Photograph by Brandee Winstead
An older woman slouches in the glow of a computer screen, her head steadied on a chin rest. Two identical black-and-white images appear on the screen. The screen goes blank, and then two more images appear—one the same as earlier, the other new. The woman doesn’t say a word. She doesn’t move or point. The images change again and again. After about twenty-five minutes, her session is over.
The test appears passive, but its implications are profound. A healthy person looks more closely at new images than familiar ones. If an eye-tracking camera detects that someone gazes at both old and new images equally, that could be a sign of slight damage to the hippocampus, the seahorse-shaped memory center of the brain—and a very early indicator of Alzheimer’s disease. Tracking subtle differences in eye movement forms the basis of Neurotrack, a testing system that can determine with uncanny certainty who will develop Alzheimer’s disease in the next three to six years.
“We believe we have, for the first time, been able to push back the window of discovery and predictability,” says Stuart Zola, the Emory University neuroscientist whose research led to this device. “Early detection is the holy grail for any disease.”
Finding a cure for Alzheimer’s has become an urgent mission as the U.S. population ages. No disease is more feared except cancer, yet few people have given much thought to how they would cope with progressive mental decline.
At least 200,000 Georgia residents have Alzheimer’s (and related dementia disorders), but the total is likely larger because many people have not yet been diagnosed, says Leslie Anderson, president and CEO of the Georgia chapter of the Alzheimer’s Association. “It’s a crisis that’s upon us now.”
Zola, who also is director of the Yerkes National Primate Research Center at Emory, and his colleagues want to play a part in finding a cure. They tested Neurotrack on ninety-two people—some of them with mild cognitive impairment that might progress to Alzheimer’s, and others with no known memory problems. Every person with a score below fifty on the test eventually worsened, most reaching a diagnosis of Alzheimer’s within three years. Every person with a score of sixty-seven or above was clear of the disease three years later.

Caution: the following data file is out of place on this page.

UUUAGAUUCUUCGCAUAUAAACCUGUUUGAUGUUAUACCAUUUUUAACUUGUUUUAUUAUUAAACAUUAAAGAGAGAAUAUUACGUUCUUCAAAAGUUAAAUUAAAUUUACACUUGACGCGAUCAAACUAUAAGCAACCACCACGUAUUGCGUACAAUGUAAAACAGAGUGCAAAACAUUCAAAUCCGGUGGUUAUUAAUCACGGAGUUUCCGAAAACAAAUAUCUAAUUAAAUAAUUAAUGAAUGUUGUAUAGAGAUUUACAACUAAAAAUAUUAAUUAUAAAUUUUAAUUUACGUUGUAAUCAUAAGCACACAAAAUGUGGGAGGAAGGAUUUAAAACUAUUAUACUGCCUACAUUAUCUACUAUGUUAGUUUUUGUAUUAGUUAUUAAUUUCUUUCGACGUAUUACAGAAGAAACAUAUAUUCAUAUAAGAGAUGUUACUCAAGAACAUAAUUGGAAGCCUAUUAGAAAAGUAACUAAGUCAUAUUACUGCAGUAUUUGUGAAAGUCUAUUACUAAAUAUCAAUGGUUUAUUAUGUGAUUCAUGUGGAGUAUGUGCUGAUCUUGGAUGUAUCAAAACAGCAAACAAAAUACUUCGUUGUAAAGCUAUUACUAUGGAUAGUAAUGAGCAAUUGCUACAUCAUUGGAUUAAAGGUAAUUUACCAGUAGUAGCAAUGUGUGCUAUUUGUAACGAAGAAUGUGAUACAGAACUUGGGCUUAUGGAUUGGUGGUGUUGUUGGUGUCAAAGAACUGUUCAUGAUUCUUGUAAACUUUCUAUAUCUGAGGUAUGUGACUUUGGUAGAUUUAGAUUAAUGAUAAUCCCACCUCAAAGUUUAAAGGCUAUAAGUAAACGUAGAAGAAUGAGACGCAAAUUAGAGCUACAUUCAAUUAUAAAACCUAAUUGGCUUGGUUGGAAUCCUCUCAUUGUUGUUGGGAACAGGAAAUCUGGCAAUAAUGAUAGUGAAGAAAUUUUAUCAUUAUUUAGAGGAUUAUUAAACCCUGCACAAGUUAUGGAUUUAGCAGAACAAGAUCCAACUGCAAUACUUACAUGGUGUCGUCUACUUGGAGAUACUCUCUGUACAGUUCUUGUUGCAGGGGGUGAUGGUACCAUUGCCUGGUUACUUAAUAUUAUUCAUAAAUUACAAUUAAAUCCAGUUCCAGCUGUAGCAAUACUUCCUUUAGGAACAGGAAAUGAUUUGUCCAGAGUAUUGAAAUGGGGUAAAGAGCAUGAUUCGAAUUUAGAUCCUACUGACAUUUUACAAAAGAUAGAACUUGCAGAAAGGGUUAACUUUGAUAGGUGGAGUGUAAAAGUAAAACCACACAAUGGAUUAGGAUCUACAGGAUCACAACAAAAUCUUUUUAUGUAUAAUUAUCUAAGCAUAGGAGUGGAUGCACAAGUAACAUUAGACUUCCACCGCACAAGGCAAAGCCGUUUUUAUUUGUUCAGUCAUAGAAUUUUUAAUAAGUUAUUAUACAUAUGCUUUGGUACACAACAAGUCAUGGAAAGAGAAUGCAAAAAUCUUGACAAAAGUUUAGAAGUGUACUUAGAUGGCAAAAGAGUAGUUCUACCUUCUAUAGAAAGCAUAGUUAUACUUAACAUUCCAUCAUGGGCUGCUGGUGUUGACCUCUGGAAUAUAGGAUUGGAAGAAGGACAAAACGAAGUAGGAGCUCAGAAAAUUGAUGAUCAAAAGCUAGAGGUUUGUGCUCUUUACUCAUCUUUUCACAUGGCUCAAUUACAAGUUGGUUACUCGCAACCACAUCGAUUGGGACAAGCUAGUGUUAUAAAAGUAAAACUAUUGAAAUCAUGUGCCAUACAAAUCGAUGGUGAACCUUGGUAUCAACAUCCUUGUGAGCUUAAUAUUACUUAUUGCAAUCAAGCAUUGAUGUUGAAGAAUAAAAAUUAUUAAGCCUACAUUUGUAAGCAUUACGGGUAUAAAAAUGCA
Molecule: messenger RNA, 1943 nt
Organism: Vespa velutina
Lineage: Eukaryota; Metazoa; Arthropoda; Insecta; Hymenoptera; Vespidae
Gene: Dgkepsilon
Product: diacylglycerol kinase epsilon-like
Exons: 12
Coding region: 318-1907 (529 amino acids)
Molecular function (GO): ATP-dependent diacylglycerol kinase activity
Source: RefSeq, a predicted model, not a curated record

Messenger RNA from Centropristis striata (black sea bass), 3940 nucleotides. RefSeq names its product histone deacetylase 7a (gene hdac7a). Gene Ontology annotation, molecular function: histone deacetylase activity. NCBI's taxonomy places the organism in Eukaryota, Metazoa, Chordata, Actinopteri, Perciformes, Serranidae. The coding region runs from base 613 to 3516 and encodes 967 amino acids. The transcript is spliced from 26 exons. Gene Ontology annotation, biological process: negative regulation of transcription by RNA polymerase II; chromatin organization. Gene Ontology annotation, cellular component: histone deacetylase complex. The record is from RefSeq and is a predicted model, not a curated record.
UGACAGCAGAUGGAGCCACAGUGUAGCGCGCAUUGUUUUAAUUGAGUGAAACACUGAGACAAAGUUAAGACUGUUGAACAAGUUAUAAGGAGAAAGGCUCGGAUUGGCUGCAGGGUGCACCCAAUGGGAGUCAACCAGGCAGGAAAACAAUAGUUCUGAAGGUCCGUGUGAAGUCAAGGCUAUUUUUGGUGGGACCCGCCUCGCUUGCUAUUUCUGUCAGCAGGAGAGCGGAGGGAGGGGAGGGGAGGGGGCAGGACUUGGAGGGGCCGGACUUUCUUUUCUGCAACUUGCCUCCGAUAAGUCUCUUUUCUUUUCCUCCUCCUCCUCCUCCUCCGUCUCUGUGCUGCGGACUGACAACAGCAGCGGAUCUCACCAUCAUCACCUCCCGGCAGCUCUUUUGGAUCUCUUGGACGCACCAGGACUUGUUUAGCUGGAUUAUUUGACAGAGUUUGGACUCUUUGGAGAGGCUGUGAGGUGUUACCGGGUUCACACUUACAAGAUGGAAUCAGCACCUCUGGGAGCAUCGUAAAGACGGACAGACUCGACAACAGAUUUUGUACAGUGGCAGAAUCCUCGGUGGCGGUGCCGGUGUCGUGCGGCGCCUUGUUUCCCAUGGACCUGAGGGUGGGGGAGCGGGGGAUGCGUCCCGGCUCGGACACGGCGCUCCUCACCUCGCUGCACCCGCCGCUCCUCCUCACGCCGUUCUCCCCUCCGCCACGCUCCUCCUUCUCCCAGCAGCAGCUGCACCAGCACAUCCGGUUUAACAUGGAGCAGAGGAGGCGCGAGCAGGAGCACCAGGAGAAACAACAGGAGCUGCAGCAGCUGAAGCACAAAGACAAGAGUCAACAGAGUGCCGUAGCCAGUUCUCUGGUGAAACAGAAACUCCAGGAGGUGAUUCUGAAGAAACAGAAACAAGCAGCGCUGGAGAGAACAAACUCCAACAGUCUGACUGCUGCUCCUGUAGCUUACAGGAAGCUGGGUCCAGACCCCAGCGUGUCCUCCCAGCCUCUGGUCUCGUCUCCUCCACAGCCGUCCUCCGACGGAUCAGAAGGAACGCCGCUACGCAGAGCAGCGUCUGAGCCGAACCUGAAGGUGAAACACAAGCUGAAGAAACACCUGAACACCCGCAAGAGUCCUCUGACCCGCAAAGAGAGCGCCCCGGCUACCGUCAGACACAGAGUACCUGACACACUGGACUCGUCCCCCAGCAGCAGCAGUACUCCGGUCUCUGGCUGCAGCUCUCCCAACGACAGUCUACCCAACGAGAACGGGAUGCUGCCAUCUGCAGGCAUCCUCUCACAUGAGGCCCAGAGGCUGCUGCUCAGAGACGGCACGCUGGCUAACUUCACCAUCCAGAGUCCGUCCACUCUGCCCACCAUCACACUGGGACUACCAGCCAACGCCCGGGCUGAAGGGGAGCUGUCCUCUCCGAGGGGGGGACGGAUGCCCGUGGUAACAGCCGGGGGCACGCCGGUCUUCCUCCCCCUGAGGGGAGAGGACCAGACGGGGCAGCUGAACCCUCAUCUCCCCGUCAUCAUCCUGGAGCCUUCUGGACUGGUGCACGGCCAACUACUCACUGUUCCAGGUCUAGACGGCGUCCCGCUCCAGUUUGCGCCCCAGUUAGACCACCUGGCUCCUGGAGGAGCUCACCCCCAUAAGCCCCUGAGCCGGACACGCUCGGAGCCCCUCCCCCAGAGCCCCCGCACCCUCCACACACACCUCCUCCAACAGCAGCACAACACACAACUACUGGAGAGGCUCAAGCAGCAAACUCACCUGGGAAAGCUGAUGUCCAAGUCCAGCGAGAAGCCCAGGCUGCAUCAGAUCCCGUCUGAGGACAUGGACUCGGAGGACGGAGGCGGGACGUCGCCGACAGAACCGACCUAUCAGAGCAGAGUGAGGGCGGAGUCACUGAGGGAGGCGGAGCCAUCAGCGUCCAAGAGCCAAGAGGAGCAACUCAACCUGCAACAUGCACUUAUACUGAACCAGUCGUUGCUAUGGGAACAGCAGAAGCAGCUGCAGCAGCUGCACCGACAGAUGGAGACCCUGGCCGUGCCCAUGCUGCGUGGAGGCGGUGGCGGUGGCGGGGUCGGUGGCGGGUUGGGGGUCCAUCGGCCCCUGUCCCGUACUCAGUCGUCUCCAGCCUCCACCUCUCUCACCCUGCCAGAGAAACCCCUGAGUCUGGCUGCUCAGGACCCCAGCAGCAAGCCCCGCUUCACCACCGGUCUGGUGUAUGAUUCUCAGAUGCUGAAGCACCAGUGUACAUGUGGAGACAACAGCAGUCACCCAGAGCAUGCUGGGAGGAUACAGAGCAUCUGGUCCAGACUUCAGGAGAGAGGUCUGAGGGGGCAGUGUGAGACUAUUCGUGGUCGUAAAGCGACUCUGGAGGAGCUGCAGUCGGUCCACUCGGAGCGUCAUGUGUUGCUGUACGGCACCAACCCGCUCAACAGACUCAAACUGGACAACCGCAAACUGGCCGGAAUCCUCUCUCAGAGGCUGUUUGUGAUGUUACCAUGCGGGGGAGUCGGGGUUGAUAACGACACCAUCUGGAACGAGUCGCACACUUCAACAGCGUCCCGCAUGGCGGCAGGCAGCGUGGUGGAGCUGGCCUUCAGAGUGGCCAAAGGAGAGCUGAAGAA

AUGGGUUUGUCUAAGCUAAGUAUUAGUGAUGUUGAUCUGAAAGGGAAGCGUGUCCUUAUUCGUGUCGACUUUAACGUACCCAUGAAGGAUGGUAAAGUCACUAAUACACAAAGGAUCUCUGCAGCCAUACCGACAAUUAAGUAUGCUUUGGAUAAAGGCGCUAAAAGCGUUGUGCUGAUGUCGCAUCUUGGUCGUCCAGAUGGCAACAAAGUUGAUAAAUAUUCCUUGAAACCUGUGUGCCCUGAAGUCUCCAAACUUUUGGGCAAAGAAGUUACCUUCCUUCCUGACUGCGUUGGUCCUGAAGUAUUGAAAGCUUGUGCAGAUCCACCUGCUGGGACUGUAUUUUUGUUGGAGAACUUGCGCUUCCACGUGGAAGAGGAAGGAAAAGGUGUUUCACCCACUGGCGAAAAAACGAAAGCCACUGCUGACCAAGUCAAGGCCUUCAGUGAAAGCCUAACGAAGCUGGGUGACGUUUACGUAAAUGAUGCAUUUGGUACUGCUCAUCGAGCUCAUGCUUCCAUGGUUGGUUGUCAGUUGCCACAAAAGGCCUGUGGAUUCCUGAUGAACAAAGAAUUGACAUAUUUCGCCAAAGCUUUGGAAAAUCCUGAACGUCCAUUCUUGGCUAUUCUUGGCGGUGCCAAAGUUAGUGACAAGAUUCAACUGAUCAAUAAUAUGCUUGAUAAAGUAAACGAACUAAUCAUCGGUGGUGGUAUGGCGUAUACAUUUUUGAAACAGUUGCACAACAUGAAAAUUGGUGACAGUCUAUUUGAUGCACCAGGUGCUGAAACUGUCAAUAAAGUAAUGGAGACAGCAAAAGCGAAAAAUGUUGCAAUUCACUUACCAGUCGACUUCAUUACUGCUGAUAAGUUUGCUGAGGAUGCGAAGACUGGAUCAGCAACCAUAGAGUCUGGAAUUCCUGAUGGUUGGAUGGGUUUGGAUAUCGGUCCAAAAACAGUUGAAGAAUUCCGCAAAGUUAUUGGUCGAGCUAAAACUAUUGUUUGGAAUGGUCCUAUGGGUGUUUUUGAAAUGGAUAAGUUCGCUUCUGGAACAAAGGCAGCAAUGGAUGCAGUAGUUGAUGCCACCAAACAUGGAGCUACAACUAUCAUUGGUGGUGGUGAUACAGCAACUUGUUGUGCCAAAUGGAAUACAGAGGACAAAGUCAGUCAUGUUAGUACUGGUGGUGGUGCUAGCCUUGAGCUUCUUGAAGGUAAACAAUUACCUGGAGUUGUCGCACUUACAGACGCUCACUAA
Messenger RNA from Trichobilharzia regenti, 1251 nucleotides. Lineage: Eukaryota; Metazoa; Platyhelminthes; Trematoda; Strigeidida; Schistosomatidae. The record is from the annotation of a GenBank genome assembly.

For the first time, researchers can pinpoint a set of people who will develop Alzheimer’s and others who won’t, without the costly or invasive tests previously available. That is valuable information for pharmaceutical companies, who can then explore medications.
Neurotrack set up headquarters in Palo Alto, California, and recently attracted a $2 million investment, including funds from Peter Thiel, a founder of PayPal. A web-based version of the test is in development, and Neurotrack may explore ways to use the test for conditions such as Parkinson’s. Eventually, it could become widely available in doctors’ offices.
“Once we have a medication,” says Elizabeth Buffalo, a colleague of Zola’s who is now at the University of Washington in Seattle, “the hope is that this would be something like a mammogram, an early screening tool that could reduce the number of individuals who are affected by this disease.”
This article originally appeared in our November 2013 issue.